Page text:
Route: Lost Trail Pass to Hamilton, MT
Saya’s (age 6) quote of the day: “I want to be a singer and a cowgirl and an animal rescuer. I want to take ducks stuck in oil, clean them off, and set them free.”
I woke up around 6 a.m. and quietly left Sho and Saya sleeping in the tent to hike around Lost Trail Pass. The top of the snowless black diamond ski slope above our campsite was already glowing orange from the rising sun. I wanted to lose myself in the mountain scene, but revving engines from a nearby logging operation marred the ancient sounds I hoped to enjoy. Still, I relished the chance to walk around the mountain pass alone, finding a sense of calm in the solitude.
When I returned to the rest stop where we had set up the tent, I came across a man standing beside his motorcycle staring at a flat tire. He had spent the night in a sleeping bag not far from our tent. Pointing at his tire, he said, “I woke up to find this. I have an air compressor, but I’m embarrassed to say that I don’t have an extra tube or patch kit.”
“This is your lucky day,” I said. “I’m well acquainted with flat tires and would be happy to help.” After he removed the tube, I used my bike pump to inflate it just enough to find the hole. The small patches I typically use were too flimsy for a motorcycle tube, but I had a heavy duty patch kit in my tool bag that did the trick. It’s a major operation to remove a motorcycle tire, and the entire process took him about 2 hours. In that time, I ate breakfast with Sho, Saya and a few fat chipmunks, disassembled the tent and loaded the panniers on our bikes. We left the mountaintop at the same time.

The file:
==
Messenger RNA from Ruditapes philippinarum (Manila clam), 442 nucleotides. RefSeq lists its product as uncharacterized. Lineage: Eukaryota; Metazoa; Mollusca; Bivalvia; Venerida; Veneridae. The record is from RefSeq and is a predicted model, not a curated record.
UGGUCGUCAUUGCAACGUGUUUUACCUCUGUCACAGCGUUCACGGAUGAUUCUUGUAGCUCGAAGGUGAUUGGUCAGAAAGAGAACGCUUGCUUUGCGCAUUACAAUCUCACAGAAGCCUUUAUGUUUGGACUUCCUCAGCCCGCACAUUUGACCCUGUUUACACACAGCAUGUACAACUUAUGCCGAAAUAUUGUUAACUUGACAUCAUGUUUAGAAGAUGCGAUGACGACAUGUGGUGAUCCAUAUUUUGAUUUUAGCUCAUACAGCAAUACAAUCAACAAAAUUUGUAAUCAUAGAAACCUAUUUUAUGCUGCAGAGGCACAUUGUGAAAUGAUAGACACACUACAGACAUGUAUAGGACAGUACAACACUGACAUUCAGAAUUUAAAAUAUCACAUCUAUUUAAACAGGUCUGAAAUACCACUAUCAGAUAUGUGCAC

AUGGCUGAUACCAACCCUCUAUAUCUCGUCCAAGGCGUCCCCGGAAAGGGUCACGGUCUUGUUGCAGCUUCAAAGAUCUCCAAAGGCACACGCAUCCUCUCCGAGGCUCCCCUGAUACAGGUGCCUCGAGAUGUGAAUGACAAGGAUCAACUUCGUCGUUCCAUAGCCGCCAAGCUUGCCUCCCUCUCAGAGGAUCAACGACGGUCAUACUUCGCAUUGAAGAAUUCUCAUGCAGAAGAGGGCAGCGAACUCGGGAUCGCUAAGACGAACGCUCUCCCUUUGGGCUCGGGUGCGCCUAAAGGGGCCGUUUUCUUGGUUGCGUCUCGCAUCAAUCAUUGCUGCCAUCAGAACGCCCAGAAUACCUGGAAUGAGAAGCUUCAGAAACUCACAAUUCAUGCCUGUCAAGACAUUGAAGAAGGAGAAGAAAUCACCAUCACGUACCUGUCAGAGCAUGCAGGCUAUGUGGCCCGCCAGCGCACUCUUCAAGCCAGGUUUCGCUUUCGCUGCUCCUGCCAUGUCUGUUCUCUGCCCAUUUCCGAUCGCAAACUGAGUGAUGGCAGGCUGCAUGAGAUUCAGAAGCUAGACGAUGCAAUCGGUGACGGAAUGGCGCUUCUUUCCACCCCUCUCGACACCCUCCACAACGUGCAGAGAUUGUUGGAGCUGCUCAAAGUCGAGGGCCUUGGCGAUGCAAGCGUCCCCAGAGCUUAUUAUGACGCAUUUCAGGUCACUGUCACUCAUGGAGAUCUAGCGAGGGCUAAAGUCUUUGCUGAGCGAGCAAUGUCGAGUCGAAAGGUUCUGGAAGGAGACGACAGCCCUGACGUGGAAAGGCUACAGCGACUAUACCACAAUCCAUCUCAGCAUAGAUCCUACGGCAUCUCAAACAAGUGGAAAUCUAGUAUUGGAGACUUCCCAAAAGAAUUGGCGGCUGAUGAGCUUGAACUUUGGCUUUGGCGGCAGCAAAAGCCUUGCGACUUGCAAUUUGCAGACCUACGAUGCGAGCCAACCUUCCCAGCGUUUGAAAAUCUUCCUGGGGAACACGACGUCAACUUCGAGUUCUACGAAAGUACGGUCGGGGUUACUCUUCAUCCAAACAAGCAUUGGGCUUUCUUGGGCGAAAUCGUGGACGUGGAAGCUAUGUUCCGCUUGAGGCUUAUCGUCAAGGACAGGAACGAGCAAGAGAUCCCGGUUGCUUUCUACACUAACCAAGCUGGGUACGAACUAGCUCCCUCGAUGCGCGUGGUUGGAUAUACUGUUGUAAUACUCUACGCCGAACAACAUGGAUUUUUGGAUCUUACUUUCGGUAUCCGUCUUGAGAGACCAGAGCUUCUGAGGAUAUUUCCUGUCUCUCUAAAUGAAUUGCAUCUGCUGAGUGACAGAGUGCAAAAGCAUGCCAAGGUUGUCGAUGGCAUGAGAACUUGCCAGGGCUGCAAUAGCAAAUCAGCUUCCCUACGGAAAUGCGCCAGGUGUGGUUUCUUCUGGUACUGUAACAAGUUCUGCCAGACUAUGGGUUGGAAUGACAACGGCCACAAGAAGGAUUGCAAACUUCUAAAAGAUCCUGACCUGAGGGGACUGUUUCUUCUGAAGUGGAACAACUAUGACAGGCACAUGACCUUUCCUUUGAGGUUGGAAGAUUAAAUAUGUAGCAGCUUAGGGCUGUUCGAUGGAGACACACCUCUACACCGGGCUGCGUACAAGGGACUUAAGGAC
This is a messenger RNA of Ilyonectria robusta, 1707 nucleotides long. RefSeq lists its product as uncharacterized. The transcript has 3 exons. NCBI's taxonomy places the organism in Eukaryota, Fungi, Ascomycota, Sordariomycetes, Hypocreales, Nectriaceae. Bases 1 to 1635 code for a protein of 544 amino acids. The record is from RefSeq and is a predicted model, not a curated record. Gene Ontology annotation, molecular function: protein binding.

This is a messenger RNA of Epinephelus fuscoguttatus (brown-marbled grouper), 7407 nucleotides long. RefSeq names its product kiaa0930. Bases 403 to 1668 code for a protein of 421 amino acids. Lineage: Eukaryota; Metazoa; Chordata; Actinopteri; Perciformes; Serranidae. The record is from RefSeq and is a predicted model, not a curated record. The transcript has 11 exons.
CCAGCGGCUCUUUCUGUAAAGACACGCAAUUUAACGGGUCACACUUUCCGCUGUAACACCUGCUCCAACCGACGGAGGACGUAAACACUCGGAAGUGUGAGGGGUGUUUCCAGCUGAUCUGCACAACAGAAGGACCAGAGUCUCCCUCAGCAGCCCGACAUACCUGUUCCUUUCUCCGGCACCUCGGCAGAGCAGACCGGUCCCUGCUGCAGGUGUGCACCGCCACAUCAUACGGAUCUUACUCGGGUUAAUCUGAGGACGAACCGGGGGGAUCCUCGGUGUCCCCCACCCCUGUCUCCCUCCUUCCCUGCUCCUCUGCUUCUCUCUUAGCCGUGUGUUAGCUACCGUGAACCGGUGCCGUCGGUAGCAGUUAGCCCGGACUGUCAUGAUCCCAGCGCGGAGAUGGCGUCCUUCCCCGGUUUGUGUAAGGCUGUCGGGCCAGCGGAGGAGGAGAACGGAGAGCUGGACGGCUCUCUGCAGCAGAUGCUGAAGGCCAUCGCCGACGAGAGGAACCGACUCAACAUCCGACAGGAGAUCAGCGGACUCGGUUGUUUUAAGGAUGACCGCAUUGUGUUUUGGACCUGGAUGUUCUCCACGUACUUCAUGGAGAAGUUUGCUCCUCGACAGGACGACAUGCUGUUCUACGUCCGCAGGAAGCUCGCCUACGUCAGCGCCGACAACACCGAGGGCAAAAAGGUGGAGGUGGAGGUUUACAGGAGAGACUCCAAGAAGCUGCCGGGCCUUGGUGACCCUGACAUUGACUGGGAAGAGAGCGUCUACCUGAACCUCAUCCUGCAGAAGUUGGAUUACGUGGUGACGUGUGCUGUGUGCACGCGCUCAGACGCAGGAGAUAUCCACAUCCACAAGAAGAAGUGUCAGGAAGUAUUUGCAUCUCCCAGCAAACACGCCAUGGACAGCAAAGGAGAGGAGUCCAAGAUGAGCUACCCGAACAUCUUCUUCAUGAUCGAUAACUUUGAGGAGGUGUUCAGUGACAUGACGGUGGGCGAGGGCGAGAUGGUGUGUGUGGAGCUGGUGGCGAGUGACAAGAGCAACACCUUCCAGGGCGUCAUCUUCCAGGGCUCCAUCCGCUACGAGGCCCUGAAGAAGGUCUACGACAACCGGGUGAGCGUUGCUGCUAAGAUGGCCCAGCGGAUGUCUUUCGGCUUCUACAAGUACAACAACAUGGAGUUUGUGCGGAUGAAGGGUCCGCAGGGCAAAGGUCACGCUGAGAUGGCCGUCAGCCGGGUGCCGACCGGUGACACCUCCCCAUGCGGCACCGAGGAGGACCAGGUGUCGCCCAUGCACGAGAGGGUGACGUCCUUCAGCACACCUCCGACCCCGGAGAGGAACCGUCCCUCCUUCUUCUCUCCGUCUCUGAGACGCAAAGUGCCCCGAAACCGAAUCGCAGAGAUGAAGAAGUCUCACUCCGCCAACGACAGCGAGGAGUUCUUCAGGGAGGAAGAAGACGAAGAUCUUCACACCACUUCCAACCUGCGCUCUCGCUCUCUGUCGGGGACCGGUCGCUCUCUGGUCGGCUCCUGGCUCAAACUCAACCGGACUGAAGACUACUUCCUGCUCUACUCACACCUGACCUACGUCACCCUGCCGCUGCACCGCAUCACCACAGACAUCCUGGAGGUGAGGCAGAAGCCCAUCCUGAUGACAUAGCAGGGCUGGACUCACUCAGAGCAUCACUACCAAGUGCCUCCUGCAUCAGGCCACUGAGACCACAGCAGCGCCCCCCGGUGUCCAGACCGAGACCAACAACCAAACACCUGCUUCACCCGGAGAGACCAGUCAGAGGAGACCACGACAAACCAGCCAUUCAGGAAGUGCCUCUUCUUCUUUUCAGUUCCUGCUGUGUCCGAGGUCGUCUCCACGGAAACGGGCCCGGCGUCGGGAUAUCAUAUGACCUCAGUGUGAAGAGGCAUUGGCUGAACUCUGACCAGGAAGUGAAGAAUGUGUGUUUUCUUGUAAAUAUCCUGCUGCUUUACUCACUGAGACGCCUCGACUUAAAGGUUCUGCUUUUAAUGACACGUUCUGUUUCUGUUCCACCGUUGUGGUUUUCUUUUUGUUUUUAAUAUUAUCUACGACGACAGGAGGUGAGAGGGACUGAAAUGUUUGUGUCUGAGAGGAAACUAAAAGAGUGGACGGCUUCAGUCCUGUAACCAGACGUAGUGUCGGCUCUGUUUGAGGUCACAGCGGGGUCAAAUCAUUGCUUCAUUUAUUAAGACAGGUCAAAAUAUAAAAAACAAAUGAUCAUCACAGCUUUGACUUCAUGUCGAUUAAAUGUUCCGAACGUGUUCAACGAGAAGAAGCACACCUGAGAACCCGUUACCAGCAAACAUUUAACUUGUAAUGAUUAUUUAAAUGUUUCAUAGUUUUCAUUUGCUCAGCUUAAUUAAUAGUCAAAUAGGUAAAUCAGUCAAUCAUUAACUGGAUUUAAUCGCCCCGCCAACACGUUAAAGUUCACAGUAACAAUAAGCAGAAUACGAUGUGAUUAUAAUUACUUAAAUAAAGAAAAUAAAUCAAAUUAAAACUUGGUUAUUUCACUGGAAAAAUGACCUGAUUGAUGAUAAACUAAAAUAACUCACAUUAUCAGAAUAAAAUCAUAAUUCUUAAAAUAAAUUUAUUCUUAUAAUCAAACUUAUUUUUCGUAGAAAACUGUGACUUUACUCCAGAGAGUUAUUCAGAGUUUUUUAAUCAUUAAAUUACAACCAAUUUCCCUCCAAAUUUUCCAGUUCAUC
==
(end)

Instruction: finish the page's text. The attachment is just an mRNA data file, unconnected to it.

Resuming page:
Today’s 48-mile ride down the mountain and across the Bitterroot Valley took us about the same number of hours as yesterday’s 14-mile ride to the mountain pass. And it was much less exhausting, although we did pause several times on the descent to rest our straining forearms and numb hands from squeezing the brakes. Towering mountains surrounded us, the most impressive of which stood in the distance off to our left. Trapper Peak, which stands over 10,000 feet above sea level, is the highest peak of any in the 200-mile long Bitterroot Mountain range, and cuts a majestic figure against the skyline. I fantasized that someday I might climb to the top of that beast…
I mentioned two days ago that I hoped never to use the words “flat tire” again in this blog. Let me just say that I replaced the old tire on the trailer cycle after another blowout. I’ve become so practiced at messing around with tubes and tires that I hardly blinked when I heard the gun shot ring out and saw the shredded tread. I put on the other spare tire I had acquired from the kid’s bike in Gibbonsville, replaced the tube, and we were on our way in less than 5 minutes. It’s no big deal, as long as you have the right equipment.
We ate lunch in Sula, Montana, site of Ross’s Hole, where Lewis & Clark were the first white people to meet the Salish Indians in September 1805. Clark noted in his journal, “Those people recved us friendly.” Sounds like the experience Sho, Saya and I have had repeatedly on this trip.
Here are some pics:
Sunrise at Lost Trail Pass
With Ernie, after he fixed the flat on his motorcycle
View during the ride
Another one bites the dust